Last week I shared an interesting article on my LinkedIn page projecting how Chief Marketing Officers would own a greater share of the IT budget than Chief Information Officers in the near future. I was surprised by the discussion it provoked.
Responses ranged from citing Nick Carr’s famous “IT Doesn’t Matter” article from a decade ago (the one that argued for IT management to become “boring”) to mini lectures on IT economics. Some argued it wasn’t numerically possible for CMOs to take the lead, given how much of IT spend goes to “keeping the lights on” (running ERP systems, data centers, etc) in most businesses.
I thoroughly appreciated the perspectives – none were wrong – but couldn’t help feeling the connection to other IT trends hadn’t been adequately made.
If you’ve read some of my blogs, you know I have a few hot-button topics: Digital transformation, innovation and truly providing leadership that helps people realize their potential and enable business success.
When I read the piece on CMO IT spend eclipsing that of CIOs I didn’t take umbrage at the thought of a marketing professional running IT, nor did I quibble with the practical realities of most IT budgets for at least the next decade. Instead I saw a symptom that CIOs were failing (or at least perceived to be) at making the transition from being a Service Provider to a Strategic Partner. I saw adaptation at work.
Let me explain:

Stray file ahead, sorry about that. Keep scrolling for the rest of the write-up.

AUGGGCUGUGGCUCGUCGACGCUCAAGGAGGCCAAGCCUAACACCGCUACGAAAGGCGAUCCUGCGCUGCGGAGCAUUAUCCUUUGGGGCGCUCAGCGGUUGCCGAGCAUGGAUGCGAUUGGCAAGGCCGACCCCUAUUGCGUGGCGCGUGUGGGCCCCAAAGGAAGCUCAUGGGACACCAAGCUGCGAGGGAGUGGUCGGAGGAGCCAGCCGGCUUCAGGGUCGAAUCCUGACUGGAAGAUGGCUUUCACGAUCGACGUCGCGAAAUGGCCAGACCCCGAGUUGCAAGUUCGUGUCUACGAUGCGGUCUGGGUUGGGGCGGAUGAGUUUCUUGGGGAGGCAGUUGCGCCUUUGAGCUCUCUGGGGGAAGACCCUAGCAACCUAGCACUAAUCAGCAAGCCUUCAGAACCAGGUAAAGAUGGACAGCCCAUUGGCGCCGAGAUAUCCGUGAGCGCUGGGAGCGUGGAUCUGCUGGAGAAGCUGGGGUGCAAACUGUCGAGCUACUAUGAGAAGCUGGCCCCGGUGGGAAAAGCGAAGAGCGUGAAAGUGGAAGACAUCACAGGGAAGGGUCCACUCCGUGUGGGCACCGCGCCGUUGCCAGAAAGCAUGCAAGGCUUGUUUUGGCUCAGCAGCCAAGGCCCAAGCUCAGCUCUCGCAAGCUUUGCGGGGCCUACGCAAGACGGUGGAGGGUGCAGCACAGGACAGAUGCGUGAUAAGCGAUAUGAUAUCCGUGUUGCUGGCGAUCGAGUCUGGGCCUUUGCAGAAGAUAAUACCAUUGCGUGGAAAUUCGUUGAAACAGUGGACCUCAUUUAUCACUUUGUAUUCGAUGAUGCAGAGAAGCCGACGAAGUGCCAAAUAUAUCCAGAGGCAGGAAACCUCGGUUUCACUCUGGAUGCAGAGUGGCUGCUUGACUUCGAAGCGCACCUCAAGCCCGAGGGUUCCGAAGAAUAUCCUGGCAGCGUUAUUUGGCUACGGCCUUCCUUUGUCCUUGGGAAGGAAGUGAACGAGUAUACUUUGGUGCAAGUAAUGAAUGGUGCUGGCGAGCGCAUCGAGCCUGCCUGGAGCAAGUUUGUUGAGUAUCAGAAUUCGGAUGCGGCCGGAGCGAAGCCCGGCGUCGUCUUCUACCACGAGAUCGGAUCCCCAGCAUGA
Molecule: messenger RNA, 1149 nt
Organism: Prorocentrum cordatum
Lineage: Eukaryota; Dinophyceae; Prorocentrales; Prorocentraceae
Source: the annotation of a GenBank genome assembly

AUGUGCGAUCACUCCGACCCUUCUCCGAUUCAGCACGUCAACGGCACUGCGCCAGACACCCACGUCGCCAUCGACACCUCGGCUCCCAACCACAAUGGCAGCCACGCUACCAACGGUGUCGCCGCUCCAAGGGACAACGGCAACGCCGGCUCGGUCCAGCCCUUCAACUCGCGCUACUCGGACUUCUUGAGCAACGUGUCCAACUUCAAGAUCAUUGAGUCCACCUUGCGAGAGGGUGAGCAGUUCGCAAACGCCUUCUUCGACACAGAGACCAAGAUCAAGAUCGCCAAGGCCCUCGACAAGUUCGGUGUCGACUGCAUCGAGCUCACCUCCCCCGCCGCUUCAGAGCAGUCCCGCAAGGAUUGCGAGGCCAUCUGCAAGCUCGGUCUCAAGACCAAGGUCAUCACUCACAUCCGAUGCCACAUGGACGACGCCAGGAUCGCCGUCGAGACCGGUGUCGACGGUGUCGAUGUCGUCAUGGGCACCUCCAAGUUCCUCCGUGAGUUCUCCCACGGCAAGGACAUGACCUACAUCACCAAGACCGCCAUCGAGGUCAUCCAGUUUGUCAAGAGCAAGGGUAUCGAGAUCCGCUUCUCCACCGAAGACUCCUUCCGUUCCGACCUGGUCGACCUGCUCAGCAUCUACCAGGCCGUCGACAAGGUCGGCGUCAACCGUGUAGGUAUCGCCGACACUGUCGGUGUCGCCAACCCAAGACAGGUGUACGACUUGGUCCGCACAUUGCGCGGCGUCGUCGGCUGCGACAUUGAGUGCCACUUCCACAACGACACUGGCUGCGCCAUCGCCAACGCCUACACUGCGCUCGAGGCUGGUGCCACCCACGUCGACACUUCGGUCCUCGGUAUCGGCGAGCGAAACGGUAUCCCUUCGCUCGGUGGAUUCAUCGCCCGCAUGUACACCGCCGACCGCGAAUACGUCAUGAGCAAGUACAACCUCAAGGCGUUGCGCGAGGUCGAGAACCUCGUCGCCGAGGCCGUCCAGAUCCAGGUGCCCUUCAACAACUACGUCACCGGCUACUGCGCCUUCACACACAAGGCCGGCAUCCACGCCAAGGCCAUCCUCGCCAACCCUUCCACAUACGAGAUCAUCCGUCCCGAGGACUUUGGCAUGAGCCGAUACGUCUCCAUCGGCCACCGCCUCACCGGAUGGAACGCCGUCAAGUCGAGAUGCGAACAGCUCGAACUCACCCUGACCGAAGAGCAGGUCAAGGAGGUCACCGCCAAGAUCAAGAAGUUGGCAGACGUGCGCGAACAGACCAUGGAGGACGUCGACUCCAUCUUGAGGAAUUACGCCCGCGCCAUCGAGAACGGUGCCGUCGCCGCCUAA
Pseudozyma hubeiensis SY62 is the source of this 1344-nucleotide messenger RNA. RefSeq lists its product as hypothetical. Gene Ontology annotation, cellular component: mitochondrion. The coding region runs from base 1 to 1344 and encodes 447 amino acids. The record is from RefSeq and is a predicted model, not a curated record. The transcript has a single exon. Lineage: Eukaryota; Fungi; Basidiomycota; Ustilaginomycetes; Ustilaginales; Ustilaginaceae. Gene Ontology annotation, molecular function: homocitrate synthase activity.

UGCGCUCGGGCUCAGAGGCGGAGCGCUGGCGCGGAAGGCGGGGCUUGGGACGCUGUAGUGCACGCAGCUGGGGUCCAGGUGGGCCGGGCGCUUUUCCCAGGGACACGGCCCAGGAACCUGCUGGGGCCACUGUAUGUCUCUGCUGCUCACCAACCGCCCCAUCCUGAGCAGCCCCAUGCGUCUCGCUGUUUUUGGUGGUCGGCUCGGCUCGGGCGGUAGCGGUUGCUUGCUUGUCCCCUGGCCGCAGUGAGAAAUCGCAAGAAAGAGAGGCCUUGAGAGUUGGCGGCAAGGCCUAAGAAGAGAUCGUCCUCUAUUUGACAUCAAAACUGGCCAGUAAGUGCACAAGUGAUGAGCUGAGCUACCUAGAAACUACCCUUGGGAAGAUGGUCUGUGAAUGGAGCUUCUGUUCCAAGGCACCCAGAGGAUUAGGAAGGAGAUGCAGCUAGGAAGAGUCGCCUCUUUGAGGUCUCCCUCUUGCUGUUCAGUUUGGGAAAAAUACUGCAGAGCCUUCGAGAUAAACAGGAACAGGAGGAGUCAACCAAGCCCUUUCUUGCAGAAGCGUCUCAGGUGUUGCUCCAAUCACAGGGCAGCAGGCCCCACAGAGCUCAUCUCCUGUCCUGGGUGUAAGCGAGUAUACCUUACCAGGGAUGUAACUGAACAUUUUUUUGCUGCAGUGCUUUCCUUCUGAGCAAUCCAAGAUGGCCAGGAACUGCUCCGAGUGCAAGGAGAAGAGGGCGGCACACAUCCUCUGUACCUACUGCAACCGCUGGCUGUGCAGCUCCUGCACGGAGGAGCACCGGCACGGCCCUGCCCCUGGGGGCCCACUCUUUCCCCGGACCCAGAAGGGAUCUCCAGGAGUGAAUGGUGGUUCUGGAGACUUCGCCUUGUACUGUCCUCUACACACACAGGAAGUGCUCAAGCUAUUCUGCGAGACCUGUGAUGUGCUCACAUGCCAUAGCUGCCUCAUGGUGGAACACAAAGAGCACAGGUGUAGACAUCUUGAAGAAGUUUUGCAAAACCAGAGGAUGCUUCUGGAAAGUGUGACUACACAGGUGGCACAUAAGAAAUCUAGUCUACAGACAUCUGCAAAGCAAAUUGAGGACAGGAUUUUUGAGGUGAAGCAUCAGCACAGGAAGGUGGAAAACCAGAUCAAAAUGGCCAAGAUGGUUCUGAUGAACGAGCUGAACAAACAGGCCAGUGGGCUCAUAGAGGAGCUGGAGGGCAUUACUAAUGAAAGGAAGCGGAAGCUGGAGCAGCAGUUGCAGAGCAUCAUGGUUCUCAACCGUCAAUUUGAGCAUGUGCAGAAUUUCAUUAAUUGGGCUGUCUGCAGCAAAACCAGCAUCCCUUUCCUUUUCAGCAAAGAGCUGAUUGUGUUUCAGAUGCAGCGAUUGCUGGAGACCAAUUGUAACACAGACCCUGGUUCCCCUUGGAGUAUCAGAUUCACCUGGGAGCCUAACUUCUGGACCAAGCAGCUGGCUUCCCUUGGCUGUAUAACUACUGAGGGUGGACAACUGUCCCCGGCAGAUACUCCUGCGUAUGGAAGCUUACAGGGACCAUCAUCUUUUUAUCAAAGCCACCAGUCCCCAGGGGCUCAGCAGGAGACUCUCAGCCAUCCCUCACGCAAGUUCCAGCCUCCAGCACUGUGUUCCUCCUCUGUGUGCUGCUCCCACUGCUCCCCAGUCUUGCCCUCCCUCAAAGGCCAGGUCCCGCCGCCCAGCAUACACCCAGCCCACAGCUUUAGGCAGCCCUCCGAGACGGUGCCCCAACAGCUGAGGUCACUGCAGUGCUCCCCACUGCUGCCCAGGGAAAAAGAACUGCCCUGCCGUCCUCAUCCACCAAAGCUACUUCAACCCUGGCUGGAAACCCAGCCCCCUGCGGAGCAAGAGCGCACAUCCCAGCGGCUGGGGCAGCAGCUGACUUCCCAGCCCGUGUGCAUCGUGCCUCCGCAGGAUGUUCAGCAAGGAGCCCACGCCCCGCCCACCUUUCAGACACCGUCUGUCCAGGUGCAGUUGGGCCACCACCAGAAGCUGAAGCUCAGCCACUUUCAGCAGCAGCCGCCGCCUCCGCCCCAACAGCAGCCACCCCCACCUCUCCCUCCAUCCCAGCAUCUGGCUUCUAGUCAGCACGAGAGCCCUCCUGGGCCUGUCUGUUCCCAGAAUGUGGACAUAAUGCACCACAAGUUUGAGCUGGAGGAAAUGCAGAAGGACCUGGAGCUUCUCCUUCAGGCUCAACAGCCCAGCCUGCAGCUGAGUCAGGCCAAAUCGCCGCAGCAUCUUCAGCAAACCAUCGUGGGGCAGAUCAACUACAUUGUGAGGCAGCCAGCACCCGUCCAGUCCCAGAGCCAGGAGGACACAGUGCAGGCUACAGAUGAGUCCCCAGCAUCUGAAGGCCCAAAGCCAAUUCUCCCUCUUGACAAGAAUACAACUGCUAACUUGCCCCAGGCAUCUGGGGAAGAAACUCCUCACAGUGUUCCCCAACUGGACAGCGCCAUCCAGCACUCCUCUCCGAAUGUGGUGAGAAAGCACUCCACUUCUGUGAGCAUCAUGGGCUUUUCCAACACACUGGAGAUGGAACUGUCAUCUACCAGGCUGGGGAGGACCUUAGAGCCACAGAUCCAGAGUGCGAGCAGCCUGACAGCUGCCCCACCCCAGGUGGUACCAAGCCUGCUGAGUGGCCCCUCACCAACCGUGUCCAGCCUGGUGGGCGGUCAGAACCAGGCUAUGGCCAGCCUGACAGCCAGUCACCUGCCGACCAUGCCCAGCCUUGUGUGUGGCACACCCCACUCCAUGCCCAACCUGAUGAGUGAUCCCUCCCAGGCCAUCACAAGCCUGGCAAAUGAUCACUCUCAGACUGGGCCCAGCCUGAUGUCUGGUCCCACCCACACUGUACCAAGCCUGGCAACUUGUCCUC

- No CMO I’ve met in my 25+ year career wants to have anything to do with running IT. They just want to do their job promoting mindshare for their business and its products.
- CMOs get involved in IT spending decisions when they don’t like the answer IT gives them, namely that “it” (whatever “it” is) can’t be done, that it will take too long, that it will cost too much.
- That puts the CMO (or any business stakeholder) in the position of looking for external IT solutions on their own and then comparing what those vendors tell them with what their internal IT quoted. Internal IT, in many cases, becomes just another vendor to manage.
Depending on your perspective, you may celebrate that outcome or be dismayed. If you’re in the CIO camp, you probably think a CMO and his or her staff are woefully underprepared to understand the nuances of vendor comparisons or, worse, see the purposeful omissions many vendors make during a sales cycle. Dilbert would have a field day!
But that’s not the point I want make. I want – no, need – CIOs to understand that once the above situation plays out, it’s too late. You’ve missed your opportunity to collaborate with your fellow CXO, and thus you’ve missed the chance to take a leadership role in your firm’s Digital Transformation.
So there it is: Transform or be transformed. Evolve or go extinct.
When confronted with a challenging request from a CMO or another business partner, you can say no and watch the situation I described here play out. Or you can take ownership of the business need and research solutions on your own.
I recommend you be a partner to your peers. Better yet, be proactive and create an environment that fosters innovation, one where your people constantly survey the market and raise ideas for adopting external services where appropriate, or incorporating those capabilities into internally delivered IT solutions.
As a CIO, it’s your choice how you react when a colleague looks to you for help. But consider carefully how your actions today could affect how your role evolves in the very near future.